It took 23 years for tears of heartbreak to change to tears of joy for Chandrakant Pandit at the M Chinnaswamy Stadium in Bangalore.
Pandit, as captain of Madhya Pradesh, was on the verge of making history, dominating Karnataka for the best part of the 1998-99 final before Vijay Bharadwaj stole victory from the jaws of defeat, picking up 6 for 24.
Pandit, as coach, would have felt similar nerves when Madhya Pradesh were 2/1 in pursuit of a small target of 108 in the 2021-22 final. But nobody in the Mumbai ranks could do a Bharadwaj and, Madhya Pradesh, led by Aditya Shrivastava, could not be denied, winning their maiden title.
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Very little is known of Madhya Pradesh’s journey to their first victory, for the coach has ruled this unit with an iron fist. He has made severe demands of his team, called for sacrifices, and ensured that none of the players takes to social media to post their stories or speak to the media.
Such was Pandit’s grip on the team that when Srivastava decided to get married, he asked this Pandit, not the one who might conduct the wedding ceremony, what date he could set aside. And even then he was given only two days off from training.
A lot of the focus is on Pandit, rather than the team, and this is because of his track record as coach. He has won titles with Mumbai, then back-to-back trophies with Vidarbha (their first and second wins) and now repeated the feat with Madhya Pradesh.
More on Pandit in a minute, but take a look at the players who got the job done. From the squad that played the final, only two featured prominently in the Indian Premier League — Kuldeep Sen and Rajat Patidar. Typically, when you look at a team that has won the Ranji Trophy, it is stacked with players who are India A regulars, pushing for places in the Indian team or have already played for India.
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In this Madhya Pradesh set-up, the sum of the parts is much greater than the whole. Kumar Kartikeya, the left-arm spinner, who favours wrist spin, was told in no uncertain terms that he would have to revert to orthodox finger spin, and he took on the challenge, made the adjustment and operated with the new ball at will. He ended up the second highest wicket-taker in the season, picking up 32 wickets from only six matches.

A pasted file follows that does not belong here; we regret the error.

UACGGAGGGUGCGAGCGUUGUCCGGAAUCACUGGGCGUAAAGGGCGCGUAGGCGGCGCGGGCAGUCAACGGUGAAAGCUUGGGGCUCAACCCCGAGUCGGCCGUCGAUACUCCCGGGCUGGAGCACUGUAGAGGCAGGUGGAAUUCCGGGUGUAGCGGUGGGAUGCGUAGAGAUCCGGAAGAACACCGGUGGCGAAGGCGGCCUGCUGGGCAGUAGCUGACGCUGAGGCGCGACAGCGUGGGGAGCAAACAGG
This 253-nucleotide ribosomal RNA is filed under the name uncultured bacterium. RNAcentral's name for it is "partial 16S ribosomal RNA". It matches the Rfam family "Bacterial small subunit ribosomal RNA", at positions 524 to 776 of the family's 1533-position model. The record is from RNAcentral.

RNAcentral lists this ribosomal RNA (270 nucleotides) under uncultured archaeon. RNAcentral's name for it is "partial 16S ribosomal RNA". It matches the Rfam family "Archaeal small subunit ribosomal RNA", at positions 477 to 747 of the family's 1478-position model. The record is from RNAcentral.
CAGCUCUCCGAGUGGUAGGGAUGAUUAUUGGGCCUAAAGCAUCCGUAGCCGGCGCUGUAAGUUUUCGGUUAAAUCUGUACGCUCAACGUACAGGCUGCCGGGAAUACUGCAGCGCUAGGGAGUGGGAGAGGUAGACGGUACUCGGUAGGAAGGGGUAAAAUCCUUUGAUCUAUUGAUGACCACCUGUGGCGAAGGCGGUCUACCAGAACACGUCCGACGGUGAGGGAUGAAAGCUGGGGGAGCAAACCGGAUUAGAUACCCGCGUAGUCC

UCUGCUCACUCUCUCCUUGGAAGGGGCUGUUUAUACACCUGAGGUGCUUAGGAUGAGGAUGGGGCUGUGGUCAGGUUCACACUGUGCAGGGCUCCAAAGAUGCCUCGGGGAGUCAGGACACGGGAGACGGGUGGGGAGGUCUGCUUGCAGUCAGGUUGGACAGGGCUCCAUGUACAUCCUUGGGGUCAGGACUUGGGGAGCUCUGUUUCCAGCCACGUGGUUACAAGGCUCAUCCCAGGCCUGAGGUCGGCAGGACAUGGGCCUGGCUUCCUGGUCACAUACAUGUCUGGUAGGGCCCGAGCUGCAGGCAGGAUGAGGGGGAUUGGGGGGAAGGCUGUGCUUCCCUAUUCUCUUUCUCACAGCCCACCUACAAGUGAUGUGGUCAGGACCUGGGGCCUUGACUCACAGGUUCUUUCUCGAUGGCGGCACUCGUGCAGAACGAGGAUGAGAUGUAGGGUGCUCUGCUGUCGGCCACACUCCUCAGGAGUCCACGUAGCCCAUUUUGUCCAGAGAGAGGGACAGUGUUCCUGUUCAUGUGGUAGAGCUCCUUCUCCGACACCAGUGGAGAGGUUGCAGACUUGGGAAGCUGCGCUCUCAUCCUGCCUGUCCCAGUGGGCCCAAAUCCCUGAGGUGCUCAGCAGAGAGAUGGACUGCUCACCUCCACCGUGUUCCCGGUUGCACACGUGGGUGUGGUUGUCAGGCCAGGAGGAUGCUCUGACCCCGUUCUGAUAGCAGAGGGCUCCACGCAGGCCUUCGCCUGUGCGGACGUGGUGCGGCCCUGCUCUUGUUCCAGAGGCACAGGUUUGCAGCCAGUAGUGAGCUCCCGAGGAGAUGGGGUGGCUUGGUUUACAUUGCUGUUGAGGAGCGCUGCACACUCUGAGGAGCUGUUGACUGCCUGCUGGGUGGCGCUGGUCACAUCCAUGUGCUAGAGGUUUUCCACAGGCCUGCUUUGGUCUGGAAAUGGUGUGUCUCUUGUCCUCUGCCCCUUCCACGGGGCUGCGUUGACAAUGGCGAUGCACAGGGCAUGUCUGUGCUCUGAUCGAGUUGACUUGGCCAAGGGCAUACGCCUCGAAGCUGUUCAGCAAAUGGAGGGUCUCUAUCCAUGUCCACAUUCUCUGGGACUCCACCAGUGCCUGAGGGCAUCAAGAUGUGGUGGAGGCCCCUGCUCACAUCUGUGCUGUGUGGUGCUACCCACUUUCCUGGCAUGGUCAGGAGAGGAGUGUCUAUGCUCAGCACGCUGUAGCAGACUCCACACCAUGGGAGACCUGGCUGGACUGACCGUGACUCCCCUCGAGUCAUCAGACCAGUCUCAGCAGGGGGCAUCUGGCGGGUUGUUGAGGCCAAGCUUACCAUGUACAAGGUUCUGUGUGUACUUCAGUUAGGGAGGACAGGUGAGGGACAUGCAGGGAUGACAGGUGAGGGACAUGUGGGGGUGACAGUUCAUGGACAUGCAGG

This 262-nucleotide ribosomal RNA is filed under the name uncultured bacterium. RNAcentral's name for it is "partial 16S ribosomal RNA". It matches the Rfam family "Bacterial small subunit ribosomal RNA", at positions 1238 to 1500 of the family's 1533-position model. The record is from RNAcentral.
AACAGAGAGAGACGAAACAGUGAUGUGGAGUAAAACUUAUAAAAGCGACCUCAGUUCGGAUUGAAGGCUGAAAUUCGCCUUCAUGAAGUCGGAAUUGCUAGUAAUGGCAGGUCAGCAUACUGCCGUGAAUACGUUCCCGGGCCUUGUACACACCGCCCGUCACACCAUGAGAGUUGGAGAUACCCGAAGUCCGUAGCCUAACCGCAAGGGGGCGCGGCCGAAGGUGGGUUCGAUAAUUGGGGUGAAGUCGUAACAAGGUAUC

Similarly, in the run-scoring stakes, Patidar finished second, his 658 runs coming at 82.25 with a hundred in the final ensuring that Mumbai were pushed onto the back foot and had lost the game as a contest by virtue of conceding the first-innings lead, as early as halfway into the game. Patidar may have made waves for Royal Challengers Bangalore, but no Indian cricketer will believe his CV is complete without Ranji Trophy success, and this box was emphatically ticked.
Himanshu Mantri was the very definition of hard work in this season, both behind the stumps and at the crease. Tidy and efficient with the big gloves, Mantri put as high a premium on his wicket as was humanly possible, forcing bowlers to earn his wicket each time he batted. In the semifinal, against Bengal, Mantri batted for seven hours and eight minutes across two innings and kept wickets then for 154.4 overs.
Yash Dubey and Shubham Sharma both topped 600 runs and while Patidar may get all the limelight, it is this pair that was the engine room of the Madhya Pradesh batting. Shubham, with four centuries, provided the consistency needed at the top of the order and Dubey ensured that opposition new ball bowlers did not simply rock up and make early inroads.
India’s fast bowling stocks are so good at the moment that neither Anubhav Agarwal nor Gaurav Yadav have realistic chances of an elevation to higher levels at the moment. But, like so many journeymen cricketers before them, they were indeed good enough to do the job in the Ranji Trophy. They were good enough to follow the plans that were handed down to them to the last letter.
And this brings us back to Pandit. His coaching method is not magic, it is not rocket science. Rather, it is following in the tradition of those who coached him, from Ramakant Achrekar to Ashok Mankad to Polly Umrigar, all from the Bombay tradition, the school of hard knocks.
A feature of Madhya Pradesh’s play through the season was the 12th man running out to the middle to pass on a message to the captain or the batsmen out in the middle. So much so that the Mumbai team got irritated with the Madhya Pradesh player and words were apparently exchanged.
Physically, it was the 12th man doing the running, but in many ways Pandit was the 12th man of this team, running things from his nervous perch in the dressing-room.
This was evident even in the manner in which Pandit praised his captain. “I’ve worked with many captains and many associations but the rapport I have with Aditya is completely different. He’s the only captain who has spent hours and hours in my room. He’s too concerned about the team,” began Pandit. “All through the season, whenever we have put together strategies, he has implemented them perfectly. He has a mind of his own, of course, but when we send a message with a plan, he does not hesitate in executing it.”
History will remember Shrivastava for being the first Madhya Pradesh captain to win the Ranji Trophy, but you can bet that the Pandit name won’t be too far behind when their glorious summer of 2022 is discussed.
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